Appreciating what your body can do right now sets a strong foundation for a truly healthy body image.
Instead of thinking only about that stomach pouch or your calves that refuse to bulk up, you’ll start thinking about how your core allows you to sit, stand, and move. How those calves, tiny as they may be, get you up the stairs to check on your sleeping baby.
Not to get all self-help, Oprah-y on you, but hot damn, your stomach pouch-having, skinny calf-stepping body is a miracle!
4. Try self-compassion.
“Most people know how to show compassion toward others,” says Brannagan. “That doesn’t mean they know how to show compassion to themselves.”
Think about how you talk to yourself after a week of too-big meals or an extra dessert. Now think about how you would talk to someone you love who’s in the same boat.
…Would you tell your wife or girlfriend she was a gross slob with no control?
Mmm, prob not. So why say it to yourself?
Hoffman uses the work of self-compassion expert Dr. Kristin Neff. She breaks it down into three elements:
- Self-kindness: How can I be nice to me?
- I’d say: When you think, “I can’t control myself around junk food,” follow that with: “It’s OK to feel that way.”
- Common humanity: How does this feeling connect me to others?
- I’d say: You know you’re not the only one. Think about times a friend has vented similar frustrations to you.
- Mindfulness: How can I observe myself without judgement?
- I’d say: You’re sitting on the couch, watching TV. You have an urge to grab a snack even though you just had dinner. Instead of acting on the thought, listen to it. “I see I want a snack even though I’m not hungry.” You don’t have to change anything yet—just notice.
Most important? Skipping the part where you tell yourself you suck and going straight to the nice part.
Of course, that might sound like a big ask—and it is hard!—but it can also start small.
We might already show ourselves compassion in some way; it helps to be aware that you’re doing it.
Acknowledge yourself for that healthy meal you ate this morning, or the walk you took this afternoon. Maybe it’s getting up from your computer after a long Zoom meeting and not immediately jumping on your phone to scroll Twitter.
Don’t be stingy with giving yourself credit for making good decisions.
5. Awareness of your body image is good. Action is better.
Being aware that lame thoughts are trying to get in the way of a healthy relationship with your body is good.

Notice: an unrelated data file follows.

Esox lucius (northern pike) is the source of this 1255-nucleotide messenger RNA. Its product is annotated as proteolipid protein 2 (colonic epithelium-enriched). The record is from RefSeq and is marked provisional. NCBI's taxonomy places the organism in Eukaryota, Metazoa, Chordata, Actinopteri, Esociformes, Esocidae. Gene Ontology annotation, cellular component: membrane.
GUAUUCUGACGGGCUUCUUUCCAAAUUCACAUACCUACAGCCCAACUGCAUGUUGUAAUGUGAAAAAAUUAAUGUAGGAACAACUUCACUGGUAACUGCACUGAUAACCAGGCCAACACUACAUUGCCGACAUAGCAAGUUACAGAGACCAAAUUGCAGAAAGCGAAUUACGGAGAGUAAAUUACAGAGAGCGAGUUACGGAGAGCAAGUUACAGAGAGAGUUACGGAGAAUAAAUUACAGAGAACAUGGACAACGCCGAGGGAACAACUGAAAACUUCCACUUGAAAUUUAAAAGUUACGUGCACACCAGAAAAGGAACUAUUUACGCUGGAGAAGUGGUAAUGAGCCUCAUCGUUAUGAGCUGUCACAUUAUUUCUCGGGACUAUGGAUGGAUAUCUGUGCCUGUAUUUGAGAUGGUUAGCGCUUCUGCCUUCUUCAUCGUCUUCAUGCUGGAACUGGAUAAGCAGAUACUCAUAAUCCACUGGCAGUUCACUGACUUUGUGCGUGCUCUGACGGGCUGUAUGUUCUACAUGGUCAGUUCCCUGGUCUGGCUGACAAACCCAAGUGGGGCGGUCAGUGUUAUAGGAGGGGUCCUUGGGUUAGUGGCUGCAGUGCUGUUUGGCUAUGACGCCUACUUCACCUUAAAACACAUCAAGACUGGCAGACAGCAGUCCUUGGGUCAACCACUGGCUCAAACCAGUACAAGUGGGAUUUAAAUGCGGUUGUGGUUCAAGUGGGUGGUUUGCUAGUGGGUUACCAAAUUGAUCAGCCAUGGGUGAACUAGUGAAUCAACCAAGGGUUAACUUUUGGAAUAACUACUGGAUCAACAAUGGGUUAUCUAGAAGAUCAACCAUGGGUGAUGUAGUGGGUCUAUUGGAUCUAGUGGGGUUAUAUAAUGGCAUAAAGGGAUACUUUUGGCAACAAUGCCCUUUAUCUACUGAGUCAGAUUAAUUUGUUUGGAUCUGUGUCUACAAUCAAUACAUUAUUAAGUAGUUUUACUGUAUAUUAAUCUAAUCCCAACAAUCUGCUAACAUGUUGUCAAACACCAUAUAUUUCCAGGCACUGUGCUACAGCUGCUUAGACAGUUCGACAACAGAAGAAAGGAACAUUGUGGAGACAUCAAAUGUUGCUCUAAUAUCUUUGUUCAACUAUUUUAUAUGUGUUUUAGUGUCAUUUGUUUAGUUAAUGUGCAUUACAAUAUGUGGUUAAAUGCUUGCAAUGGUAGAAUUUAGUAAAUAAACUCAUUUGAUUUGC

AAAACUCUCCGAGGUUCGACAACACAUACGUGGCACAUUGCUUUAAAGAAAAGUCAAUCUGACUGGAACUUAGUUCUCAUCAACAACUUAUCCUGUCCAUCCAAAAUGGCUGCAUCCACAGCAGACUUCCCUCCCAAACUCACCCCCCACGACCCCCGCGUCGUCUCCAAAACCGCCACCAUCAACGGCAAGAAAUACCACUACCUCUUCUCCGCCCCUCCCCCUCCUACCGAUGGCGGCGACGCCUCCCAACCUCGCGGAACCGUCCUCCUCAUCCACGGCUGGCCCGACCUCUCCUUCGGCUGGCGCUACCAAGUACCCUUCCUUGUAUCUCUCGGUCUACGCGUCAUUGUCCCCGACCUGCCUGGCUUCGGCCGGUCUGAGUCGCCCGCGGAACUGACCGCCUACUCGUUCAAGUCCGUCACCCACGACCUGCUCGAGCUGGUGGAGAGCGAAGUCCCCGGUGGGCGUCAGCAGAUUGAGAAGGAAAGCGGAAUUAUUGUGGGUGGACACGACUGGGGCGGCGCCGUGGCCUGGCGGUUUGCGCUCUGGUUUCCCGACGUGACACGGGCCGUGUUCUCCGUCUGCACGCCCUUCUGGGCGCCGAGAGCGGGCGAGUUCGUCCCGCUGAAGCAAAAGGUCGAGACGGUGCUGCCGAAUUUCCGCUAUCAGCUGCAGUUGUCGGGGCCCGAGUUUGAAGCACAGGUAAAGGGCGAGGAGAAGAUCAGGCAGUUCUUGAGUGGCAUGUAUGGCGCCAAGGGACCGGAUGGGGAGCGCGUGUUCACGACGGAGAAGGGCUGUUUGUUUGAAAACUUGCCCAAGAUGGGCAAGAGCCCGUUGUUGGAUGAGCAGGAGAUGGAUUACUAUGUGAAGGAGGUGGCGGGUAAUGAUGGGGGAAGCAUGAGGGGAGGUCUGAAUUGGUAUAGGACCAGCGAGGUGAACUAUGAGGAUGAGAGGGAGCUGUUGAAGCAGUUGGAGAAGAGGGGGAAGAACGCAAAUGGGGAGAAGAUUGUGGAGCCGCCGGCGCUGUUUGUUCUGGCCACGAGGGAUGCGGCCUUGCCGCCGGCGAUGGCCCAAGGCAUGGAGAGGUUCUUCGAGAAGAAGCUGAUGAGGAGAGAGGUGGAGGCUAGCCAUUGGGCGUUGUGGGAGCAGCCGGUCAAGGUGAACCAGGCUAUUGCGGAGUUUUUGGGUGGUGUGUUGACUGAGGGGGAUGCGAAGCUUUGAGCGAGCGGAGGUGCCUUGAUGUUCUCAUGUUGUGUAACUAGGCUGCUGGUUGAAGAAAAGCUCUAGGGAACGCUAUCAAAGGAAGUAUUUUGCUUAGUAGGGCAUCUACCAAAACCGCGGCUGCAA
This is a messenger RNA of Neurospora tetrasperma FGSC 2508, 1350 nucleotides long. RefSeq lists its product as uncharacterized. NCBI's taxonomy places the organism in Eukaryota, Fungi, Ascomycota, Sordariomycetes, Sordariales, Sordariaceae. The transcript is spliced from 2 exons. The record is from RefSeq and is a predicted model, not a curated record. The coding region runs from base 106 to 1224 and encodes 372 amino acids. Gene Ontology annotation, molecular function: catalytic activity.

But it’s not the whole picture.
As Brannagan says, a lot of people know exactly what’s keeping them from a positive body image. That doesn’t mean they’re changing it.
This might be especially true during quarantine, where disruptions to your daily life have hit pause on healthy habits that help you feel good about your body. Like limited gym access (but unlimited access to that fully-stocked bar you call your fridge).
Brannagan points to two common issues: alcohol usage and lack of movement. You know ‘em. You’ve seen ‘em. Maybe you’ve even gotten to know them…biblically.
What’s really f*cked up? They can contribute to a junky body image, and be the result of a junky body image.
When you drink too much and don’t move your body enough, you can feel bad about your body. And when you feel bad about your body, you can drink too much and not move your body.
You might already know that, too.
Whatever your physically unhealthy habits might be, we could all benefit from a little reimagination on how to better deal with them emotionally.
“What I’m encountering is a lack of creativity in how to overcome those patterns,” says Brannagan.
“Some people, if they can’t have their normal routine, throw up their hands and some levels of resignation of what they can do for their body.”
This may be where outside support can come in handy. Consider hiring a trainer to help hold you accountable to a fitness routine, a nutritionist to help you revisit your relationship to food, or a therapist to help you shed the mental patterns holding you back. Or hell, all three.
“A lot of men subscribe to the idea that ‘if I just work harder and push harder, then I can fix this’,” Brannagan says.
Saying it louder for the people in the back: you don’t have to fix everything yourself.
Bottom line? Don’t be afraid to ask for help when it comes to developing a healthy body image.
A new environment—compounded with higher stress, blurred work schedules, and isolation—is hard on all of us.
It can help to remind yourself that what you’re feeling—and how you’re coping—is a response to traumatic change. That’s a lot to deal with alone!
Your body image, after all, is not just about your body but how you think about your body. And to change how you think about your body, you have to change how you think about yourself.
Tell us how you deal with negative self-talk, and share your best tips for cultivating a healthy body image on Twitter or Instagram.
Christine has written for Esquire and Men's Health. She is currently pursuing her PhD at Columbia University.